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Rudolfo Anaya was the guest of the honor at one of the inaugural Big Reads of Bless Me, Ultima in 2007. Photo courtesy of Bernalillo County, New Mexico.

In Bless Me, Ultima, Rudolfo Anaya wrote, "There are so many dreams to be fulfilled, but Ultima says a man's destiny must unfold itself like a flower, with only the sun and the earth and water making it blossom." In this interview excerpt, Anaya shares how he himself blossomed not just into a writer, but---as fellow author Tony HIllerman has dubbed him---"the godfather and guru of Chicano literature."

Becoming a writer is an evolutionary process. There is no one certain point or occurrence or experience. I loved to read when I was in grade school. I used to write great book reports [and] book reviews and illustrate them. I also liked art.  I noticed that when I was in high school I kind of quit reading and was not too motivated. And then I went up to the university and began to read literature, and that was it.

I think that whole idea of loving literature. . .starts that spark of, well I want to express myself also. I have these things, these emotions, and this beautiful past that I've known and people. I want to write about them and preserve them, and so I started writing poetry and short stories and novels.

I had had a very serious spinal cord injury accident when I was in high school, and that also figures a great deal into my life. Somehow that time of being in the hospital and dealing with recovery and seeing other kids my age really suffering a lot, seeing death, and then coming out of that experience was very important, informative. Again, that's one of the experiences that told me you have to write, you have to record, not only what happened to me but what happened to people around me.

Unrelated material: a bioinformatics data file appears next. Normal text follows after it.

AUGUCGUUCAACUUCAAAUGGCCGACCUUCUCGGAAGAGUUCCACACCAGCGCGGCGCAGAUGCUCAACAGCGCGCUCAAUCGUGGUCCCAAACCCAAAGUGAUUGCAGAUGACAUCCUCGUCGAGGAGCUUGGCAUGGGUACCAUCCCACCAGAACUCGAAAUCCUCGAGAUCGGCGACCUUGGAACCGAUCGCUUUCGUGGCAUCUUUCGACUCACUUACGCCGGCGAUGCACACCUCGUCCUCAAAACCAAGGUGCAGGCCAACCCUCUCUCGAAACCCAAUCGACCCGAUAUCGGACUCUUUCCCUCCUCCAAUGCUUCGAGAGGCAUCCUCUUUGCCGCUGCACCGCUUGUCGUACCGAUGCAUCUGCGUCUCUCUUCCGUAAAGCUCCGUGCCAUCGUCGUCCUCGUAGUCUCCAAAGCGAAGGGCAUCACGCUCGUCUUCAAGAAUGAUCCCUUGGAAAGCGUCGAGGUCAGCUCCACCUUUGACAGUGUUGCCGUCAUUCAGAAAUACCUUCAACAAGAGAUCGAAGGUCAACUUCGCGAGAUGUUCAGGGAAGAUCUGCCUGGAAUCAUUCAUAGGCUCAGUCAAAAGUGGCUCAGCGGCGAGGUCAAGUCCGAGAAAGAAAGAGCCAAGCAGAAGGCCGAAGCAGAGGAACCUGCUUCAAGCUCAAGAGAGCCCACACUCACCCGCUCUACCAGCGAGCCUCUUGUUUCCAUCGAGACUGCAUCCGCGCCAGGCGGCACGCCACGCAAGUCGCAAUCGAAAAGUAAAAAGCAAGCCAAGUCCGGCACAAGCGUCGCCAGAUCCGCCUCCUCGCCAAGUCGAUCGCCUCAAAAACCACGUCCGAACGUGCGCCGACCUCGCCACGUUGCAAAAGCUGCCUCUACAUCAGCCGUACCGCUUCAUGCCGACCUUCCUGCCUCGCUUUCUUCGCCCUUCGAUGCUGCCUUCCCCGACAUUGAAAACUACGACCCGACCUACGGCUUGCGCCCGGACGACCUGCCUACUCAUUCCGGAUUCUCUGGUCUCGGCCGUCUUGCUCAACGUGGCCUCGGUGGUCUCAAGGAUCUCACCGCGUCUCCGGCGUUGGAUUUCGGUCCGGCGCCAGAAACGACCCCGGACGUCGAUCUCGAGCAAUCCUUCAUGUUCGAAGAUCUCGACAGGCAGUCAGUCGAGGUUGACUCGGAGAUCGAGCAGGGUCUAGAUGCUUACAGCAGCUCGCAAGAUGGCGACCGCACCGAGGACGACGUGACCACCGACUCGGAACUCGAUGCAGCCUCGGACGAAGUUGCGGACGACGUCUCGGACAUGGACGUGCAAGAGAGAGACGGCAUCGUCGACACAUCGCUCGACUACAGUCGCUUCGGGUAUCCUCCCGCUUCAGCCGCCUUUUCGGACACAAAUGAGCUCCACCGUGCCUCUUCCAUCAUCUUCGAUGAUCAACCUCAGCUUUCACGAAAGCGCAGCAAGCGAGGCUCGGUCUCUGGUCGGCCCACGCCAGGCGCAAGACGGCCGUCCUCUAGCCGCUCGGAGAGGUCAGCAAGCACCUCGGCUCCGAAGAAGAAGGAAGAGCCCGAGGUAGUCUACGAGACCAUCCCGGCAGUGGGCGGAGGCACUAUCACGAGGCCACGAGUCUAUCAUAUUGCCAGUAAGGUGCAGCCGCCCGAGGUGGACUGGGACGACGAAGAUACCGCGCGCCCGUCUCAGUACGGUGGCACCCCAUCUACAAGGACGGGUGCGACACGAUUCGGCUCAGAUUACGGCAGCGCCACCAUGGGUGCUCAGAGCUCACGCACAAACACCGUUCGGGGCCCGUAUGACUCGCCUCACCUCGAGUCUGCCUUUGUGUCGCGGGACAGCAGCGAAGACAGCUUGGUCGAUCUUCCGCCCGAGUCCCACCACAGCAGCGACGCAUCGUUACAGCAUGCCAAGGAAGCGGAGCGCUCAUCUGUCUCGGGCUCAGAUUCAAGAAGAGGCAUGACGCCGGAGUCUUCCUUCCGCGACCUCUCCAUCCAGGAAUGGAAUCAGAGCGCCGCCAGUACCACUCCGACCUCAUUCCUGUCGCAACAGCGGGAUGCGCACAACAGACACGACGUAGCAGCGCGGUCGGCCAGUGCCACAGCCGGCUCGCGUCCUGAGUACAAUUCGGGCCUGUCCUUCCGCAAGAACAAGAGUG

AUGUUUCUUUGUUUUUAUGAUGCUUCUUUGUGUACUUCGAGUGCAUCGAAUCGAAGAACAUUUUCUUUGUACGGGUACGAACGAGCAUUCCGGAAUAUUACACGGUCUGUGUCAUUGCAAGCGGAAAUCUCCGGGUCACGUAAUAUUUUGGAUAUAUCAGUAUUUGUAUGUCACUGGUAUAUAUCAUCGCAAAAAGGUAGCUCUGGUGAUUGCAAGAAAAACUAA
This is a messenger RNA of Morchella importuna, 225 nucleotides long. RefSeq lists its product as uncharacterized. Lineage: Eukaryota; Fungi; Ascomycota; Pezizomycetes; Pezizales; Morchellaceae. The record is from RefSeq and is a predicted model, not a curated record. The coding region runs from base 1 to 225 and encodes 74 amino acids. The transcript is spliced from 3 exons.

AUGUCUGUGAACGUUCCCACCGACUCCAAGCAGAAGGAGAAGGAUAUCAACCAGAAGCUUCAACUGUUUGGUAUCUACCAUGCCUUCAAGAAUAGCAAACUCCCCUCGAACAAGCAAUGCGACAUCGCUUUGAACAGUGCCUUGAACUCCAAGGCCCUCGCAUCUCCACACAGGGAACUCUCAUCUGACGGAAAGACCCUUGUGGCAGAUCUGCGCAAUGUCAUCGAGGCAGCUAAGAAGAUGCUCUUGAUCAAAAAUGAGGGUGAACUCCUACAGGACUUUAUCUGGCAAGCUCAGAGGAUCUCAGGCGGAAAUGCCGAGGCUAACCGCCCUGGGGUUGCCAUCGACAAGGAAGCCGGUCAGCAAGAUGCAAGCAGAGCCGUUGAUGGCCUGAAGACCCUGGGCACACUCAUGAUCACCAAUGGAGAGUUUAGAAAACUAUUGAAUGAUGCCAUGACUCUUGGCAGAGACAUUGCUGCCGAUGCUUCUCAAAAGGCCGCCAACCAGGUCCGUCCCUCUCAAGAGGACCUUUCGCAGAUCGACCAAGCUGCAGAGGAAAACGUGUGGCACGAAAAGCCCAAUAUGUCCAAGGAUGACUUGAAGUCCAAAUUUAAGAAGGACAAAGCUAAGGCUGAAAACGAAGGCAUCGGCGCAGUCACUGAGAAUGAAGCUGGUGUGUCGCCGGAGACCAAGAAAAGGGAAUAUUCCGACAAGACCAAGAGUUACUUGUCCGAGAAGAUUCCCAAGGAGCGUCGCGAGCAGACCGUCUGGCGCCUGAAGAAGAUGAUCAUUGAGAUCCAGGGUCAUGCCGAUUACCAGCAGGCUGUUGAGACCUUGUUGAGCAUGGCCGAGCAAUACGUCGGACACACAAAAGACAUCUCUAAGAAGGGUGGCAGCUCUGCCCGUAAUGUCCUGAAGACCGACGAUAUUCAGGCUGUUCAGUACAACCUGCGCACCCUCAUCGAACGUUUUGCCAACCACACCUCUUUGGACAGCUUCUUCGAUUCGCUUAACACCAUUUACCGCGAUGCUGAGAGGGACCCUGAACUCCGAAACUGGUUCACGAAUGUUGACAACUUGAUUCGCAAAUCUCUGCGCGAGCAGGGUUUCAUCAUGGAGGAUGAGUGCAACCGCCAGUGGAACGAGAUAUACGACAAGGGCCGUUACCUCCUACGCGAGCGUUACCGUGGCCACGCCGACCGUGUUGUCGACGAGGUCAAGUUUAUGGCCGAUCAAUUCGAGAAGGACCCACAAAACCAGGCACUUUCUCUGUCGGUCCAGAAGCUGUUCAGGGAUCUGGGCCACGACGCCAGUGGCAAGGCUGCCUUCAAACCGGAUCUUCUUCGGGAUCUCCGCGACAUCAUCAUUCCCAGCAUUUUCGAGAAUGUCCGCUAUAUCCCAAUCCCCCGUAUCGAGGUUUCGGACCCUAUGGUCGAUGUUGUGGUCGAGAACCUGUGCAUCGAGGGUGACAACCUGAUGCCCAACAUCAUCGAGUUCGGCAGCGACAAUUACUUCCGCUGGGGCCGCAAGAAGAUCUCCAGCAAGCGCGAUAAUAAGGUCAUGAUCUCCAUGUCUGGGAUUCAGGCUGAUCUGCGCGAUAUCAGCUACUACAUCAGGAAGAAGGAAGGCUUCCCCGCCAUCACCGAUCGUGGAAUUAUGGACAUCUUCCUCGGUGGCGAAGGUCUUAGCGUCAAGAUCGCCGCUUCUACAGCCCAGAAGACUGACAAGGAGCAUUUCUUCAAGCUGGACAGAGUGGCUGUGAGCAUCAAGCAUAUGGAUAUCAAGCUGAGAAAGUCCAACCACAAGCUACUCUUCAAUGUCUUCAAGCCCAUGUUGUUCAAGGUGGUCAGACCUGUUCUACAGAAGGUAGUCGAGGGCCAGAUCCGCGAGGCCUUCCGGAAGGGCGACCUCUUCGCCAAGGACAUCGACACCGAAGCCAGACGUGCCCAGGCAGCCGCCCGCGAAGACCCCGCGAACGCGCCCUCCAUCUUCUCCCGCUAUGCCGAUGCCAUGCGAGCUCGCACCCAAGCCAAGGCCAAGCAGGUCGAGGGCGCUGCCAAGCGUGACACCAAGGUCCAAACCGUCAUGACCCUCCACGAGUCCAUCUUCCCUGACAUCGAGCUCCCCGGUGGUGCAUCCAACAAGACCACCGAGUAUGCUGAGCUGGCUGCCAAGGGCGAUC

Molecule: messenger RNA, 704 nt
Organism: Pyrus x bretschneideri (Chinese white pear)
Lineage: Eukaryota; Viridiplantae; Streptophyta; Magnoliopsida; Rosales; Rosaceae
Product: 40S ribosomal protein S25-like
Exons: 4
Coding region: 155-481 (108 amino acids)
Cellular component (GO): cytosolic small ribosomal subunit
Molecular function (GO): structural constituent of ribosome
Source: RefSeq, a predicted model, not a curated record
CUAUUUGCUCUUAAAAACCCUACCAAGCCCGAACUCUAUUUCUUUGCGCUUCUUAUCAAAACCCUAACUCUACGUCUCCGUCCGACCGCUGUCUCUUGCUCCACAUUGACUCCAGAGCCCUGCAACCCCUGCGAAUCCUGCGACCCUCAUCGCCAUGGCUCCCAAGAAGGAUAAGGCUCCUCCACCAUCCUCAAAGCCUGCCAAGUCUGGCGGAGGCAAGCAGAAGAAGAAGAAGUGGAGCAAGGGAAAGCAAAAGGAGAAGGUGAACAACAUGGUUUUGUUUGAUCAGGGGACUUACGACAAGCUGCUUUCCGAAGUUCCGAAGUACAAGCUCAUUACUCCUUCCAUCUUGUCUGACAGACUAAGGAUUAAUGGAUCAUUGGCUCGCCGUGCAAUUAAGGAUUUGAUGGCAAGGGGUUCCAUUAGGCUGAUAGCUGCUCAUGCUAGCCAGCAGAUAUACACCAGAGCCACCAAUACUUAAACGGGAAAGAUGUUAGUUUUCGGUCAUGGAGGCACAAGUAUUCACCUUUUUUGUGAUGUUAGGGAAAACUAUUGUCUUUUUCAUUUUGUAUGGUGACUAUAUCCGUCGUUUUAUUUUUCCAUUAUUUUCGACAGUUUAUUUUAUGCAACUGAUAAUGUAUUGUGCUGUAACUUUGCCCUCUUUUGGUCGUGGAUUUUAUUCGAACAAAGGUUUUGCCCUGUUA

Somehow I always thought that there's so much beauty in people, the people especially that I knew as a child. The town drunk was a hero to me.  The ranchers that would come in and visit with my dad told fantastic stories, and I'd sit there and listen.  And sometimes we'd sit around the dinner table or in the summers we'd go out and make a little fire near the house and tell stories and all of that. The whole idea of that oral tradition sparks the imagination.

Want to hear more from Anaya about his seminal novel? Check out The Big Read video guide on Bless Me, Ultima.  (And don't forget to visit The Big Read calendar to find out about Big Read activities taking place near you.)




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